Now I’ve done it. Alcohol, caffeine, iPhones and elders combined. No way. Do elders need to think about more than just alcohol? (As if many are thinking about alcohol at all.)
Should elders look sideways at their morning coffee and their oh-so-close iPhone relationship? Do you love your alcohol, caffeine or iPhone? Literally? Whatever that thing is—alcohol, caffeine, the iPhone or whatever—if you can’t control it, gotta have it, can’t live without it or get cranky pants if it’s out of reach, then you’re a slave to that thing.
Elders sometimes debate whether it’s OK for them to have a glass of wine or a bottle of beer. Everybody knows that drunkenness is out, but there’s a lot of energy among solid men who feel strongly both ways about any drinking of alcohol. Is it harmless? Maybe, but maybe not.
Beyond qualifications and expectations cited in 1 Timothy 3-4 and Titus 1, several principles should guide freedom in the elder’s life:
• Don’t let your personal freedom lead someone to stumble (1 Corinthians 8:9-13);
• live by the high standard of what is best for you and the church, not the low bar of what is merely allowable (1 Corinthians 10:23; 1 Corinthians 14:12);
• things not forbidden may be lawful, but they might not be helpful. And, if they’re not helpful, then don’t practice them (1 Corinthians 6:12; 1 Corinthians 10:23);
• if I’m a slave to a habit, then I’m not free. And the Lord absolutely does not want me enslaved to anything (1 Corinthians 6:12). How do I know if I'm a slave to a habit? I can’t control it, I gotta have it, I can't live without it, I get cranky pants without it. Those are the marks of a slave. If you’re thinking, Ridiculous. What a joke. Well, you might be a slave to a habit and not even know it. A test: Put that thing aside for a few days or a couple of weeks. See how that works out for you. Maybe try decaf?
• it’s not good for elders to place their judgment under the influence of alcohol or any other substances (Proverbs 31:4-5). An illustration of the principle: An elder took a night phone call at his home. The call came from a man of his church. The caller urgently needed the elder’s counsel and wisdom. As the caller later said: He must have had a couple glasses of wine in him because he went off and talked like I’ve never heard him talk before. I could tell he’d been drinking. Beyond the shrinking of that elder’s reputation in the heart and mind of the caller, an elder never knows when he’ll be needed and expected to offer biblical wisdom. He should be ready, in season and out of season. And if he's even just a little buzzed, he isn't ready.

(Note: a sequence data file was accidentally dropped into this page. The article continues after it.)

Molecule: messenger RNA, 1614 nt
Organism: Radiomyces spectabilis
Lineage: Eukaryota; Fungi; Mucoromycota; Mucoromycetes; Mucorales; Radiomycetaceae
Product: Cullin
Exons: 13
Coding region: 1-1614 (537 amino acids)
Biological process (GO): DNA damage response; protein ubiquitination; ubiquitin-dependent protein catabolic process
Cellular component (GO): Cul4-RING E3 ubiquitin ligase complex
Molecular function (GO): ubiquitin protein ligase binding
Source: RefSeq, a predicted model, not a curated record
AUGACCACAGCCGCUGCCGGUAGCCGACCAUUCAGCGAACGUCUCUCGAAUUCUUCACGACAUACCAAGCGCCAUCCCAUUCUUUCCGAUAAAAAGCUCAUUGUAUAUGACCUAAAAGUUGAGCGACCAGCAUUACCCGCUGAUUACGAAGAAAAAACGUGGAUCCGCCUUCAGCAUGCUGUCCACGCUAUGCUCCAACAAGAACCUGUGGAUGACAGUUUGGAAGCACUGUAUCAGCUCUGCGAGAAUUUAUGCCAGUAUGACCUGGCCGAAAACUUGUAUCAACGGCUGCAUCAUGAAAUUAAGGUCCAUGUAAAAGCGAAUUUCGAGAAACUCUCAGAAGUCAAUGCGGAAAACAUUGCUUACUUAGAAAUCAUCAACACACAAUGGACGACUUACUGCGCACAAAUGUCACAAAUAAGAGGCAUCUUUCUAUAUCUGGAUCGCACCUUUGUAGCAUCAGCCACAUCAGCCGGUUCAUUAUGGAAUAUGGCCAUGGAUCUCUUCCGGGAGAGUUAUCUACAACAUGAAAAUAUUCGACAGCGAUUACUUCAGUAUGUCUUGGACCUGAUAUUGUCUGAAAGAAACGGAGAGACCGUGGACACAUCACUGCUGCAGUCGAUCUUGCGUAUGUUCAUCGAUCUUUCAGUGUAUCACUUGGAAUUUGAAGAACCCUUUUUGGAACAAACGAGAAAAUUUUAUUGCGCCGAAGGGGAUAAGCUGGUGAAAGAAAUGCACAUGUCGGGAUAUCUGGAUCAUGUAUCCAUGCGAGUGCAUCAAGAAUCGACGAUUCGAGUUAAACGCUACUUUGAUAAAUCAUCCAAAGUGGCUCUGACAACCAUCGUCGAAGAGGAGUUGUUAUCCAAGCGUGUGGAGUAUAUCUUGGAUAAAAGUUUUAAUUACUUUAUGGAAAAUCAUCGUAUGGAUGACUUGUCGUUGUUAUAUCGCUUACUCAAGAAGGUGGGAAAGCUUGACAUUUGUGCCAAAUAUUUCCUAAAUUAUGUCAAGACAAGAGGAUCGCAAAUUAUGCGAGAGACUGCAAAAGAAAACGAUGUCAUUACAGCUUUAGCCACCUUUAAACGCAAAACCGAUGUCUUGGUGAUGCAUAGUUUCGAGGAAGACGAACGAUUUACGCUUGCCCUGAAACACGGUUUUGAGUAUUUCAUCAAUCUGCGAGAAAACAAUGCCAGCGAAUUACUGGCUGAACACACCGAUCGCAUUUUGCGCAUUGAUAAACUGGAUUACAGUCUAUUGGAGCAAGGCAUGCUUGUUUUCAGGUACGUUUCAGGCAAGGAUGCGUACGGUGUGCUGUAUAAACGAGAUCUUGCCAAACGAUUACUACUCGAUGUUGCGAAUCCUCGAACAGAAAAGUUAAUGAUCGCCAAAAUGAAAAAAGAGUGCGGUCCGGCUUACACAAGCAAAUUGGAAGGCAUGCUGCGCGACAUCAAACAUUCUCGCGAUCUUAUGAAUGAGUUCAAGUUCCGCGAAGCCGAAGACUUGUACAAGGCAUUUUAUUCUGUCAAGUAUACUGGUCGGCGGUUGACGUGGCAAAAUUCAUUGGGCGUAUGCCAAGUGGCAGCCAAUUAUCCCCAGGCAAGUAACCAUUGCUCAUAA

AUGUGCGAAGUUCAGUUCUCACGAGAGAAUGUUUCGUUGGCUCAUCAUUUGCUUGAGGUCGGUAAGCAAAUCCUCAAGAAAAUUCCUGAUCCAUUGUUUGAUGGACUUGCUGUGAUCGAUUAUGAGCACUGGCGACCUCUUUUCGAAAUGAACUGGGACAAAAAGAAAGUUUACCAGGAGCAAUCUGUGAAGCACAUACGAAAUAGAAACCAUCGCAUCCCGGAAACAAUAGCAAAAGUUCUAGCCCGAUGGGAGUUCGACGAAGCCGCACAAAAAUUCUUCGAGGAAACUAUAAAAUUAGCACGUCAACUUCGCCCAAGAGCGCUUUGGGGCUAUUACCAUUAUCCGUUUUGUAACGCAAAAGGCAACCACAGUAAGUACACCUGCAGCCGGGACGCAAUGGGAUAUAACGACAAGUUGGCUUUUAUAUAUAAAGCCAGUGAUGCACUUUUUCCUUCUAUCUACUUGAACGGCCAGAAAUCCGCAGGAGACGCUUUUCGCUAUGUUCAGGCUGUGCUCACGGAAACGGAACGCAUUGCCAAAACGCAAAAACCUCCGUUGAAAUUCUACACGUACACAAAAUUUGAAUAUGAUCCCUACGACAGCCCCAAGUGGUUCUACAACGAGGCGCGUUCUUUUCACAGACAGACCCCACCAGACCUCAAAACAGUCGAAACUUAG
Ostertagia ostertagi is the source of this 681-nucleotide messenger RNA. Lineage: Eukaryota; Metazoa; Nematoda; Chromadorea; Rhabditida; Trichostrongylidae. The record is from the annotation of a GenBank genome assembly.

Now, about the iPhone . . . an article in The New York Times titled You Love Your iPhone. Literally describes research showing that people without their iPhones feel stressed-out, cut off and somehow un-whole. The author also cites a study that found a flurry of activation in the cortex of the brain when subjects heard the ringing of or saw an image of an iPhone. The cortex is the part of the brain associated with love and compassion. The subjects’ brains responded to the sound and images of the iPhone as they would respond to the presence or proximity of a girlfriend, boyfriend or family member. That’s genuine affection. Is that OK? I know it's the seductively irresistible iPhone but, really, is that OK?
So alcohol, caffeine, iPhones and elders, tied together in a single string. Better to have the Lord in that first place, so that you can’t control Him, gotta have Him, can’t live without Him and get cranky pants if He seems to be out of reach. On the other hand, slavery’s easy. Maybe that’s obvious in concept, but it’s certainly not obvious in daily practice.
Oops, excuse me . . . got an iPhone message. (Ooooh, I do love my iPhone.) Need a caffeine fix. (Get a headache without it and got to have the energy bump. A mint or two covers the coffee breath.) Looking forward to a buzz at home tonight from that good wine. (No worries, no calls after 9 p.m.) Can't wait to win some big money from my elder buddies in Texas hold 'em this weekend. (How much can I win before I sin?)